I'm still in a bit of shock that Andrew Friedman would leave the Rays for the Dodgers. As some of you may know, I worked in the Rays front office for two years from 2006-07. While I worked mostly on the business side of the organization, I got to know Friedman pretty well.
Friedman has always had a deep loyalty to Rays owner Stu Sternberg, the man who turned him and close friend Matt Silverman into the team's top executives while they were in their late-20s. Friedman has a truly special relationship with Sternberg, Silverman, manager Joe Maddon, newly promoted team president Brian Auld, and most of the organization's front office. The relationship was so close and unique that I thought Friedman would never leave as long as Sternberg owned the team. After all, he did turn down lucrative opportunities with the Angels, Cubs, and his hometown Astros.
But I guess Friedman got tired of being forced to trade every top player his organization developed. And the Rays appear no closer to getting a new stadium than they were back when I worked for them.
In my opinion, the Dodgers are getting MLB's best GM. Friedman understands that baseball operations is more than just a 25-man roster or a 40-man roster. With Friedman, overseeing baseball operations includes seven minor league squads, a clear and coherent player development plan to that is adhered to at all levels of the organization, and a robust scouting department that finds the best talent available.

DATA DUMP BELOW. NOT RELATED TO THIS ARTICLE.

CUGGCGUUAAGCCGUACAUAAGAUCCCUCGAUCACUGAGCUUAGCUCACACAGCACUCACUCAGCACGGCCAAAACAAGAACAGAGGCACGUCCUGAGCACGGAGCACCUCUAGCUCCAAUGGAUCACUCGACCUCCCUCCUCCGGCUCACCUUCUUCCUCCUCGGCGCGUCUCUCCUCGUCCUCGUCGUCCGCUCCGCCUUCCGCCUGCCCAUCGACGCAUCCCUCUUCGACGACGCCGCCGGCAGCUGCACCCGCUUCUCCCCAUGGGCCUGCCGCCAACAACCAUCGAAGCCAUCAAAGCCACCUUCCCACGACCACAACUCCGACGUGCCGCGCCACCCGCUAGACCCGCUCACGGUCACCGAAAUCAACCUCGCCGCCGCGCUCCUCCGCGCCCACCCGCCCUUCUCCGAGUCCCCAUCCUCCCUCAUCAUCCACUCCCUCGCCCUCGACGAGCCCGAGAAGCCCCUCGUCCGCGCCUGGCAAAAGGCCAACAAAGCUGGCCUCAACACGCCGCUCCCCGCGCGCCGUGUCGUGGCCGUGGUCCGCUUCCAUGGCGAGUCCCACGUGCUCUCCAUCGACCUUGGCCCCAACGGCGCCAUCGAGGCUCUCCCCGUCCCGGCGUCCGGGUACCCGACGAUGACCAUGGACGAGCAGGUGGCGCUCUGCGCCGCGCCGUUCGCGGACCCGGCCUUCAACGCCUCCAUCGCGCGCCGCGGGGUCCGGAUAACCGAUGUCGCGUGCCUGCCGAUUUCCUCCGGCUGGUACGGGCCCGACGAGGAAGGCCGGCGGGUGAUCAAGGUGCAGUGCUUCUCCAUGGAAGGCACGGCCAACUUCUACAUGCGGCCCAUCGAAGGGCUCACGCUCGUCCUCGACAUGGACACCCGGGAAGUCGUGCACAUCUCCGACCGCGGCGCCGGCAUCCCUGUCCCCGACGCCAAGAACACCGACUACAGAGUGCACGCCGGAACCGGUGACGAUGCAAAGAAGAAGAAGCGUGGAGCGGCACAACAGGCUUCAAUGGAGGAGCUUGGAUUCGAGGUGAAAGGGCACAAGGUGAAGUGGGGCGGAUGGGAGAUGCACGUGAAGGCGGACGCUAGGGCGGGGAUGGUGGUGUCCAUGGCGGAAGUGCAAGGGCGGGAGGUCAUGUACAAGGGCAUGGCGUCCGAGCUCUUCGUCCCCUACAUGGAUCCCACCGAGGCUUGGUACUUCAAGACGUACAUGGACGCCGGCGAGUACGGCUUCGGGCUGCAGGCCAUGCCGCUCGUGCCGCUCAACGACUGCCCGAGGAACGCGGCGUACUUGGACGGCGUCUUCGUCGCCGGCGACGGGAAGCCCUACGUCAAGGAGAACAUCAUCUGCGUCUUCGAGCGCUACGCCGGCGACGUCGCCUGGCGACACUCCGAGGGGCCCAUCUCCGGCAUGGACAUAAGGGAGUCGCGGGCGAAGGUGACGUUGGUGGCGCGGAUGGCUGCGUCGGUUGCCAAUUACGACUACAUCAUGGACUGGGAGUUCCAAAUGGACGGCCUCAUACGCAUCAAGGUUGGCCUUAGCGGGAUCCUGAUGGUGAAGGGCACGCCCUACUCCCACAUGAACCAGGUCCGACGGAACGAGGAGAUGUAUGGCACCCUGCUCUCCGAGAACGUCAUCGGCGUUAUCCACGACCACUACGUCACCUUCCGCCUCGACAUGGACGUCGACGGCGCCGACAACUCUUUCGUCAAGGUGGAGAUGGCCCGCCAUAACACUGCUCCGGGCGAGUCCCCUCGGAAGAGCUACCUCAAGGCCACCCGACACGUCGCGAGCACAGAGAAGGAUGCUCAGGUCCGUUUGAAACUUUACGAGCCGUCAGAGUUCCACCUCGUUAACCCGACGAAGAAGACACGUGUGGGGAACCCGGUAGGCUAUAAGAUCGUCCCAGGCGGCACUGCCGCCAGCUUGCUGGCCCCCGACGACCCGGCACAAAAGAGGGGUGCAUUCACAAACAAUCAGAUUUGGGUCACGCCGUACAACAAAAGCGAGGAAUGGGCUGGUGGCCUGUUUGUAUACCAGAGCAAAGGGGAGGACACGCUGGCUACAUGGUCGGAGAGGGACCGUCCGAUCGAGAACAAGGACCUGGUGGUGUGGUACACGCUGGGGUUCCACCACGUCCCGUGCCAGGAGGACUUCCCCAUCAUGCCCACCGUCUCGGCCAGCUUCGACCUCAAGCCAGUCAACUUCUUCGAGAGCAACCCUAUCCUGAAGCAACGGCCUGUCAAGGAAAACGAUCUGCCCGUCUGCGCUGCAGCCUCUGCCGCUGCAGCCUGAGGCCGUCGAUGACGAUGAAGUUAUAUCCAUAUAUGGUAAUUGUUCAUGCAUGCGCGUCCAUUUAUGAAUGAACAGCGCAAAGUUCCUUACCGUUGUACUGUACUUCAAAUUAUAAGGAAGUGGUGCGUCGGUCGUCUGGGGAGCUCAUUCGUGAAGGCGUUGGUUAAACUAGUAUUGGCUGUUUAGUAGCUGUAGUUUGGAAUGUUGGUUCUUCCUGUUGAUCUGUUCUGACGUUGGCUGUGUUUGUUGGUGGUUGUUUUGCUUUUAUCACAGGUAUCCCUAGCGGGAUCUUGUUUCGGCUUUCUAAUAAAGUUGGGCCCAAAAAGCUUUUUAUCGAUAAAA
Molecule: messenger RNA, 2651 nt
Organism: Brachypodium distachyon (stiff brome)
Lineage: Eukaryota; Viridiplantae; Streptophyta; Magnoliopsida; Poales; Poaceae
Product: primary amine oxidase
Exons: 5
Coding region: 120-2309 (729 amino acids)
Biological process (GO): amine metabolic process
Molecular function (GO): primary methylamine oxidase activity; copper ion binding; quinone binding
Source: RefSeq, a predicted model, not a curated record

Friedman is one of the best when it comes to combining stats and scouting. He's also one of the best at finding bargains to fill roster spots. Too often the Dodgers have ferociously gone after the most recognizable name available, when better less recognizable names have beaten them in the postseason. When it comes to improving the roster, I know that Friedman will leave no stone unturned. Much of the "advice" I've offered the Dodgers has come from watching Friedman make the Rays one of baseball's best teams in recent years, despite a small budget.
For years, I've been writing that the Dodgers need a better plan for drafting and developing prospects. Hiring Gerry Hunsicker last year as a senior advisor was a major step in the right direction. Now Friedman will be reunited with Hunsicker in LA after the two worked together in Tampa Bay for several years.
It remains to be seen if Friedman will try to pry Maddon away as well. While I've been very supportive of Don Mattingly, I do believe that Maddon is the best manager in baseball. He has close ties to the LA-area having spent most of his professional career in the Angels organization, and he makes his offseason home in Long Beach.
The Dodgers have taken a major step forward today. I believe they are now well positioned for long-term success. I couldn't be more excited to be in LA while he's running the team, and I look forward to covering it.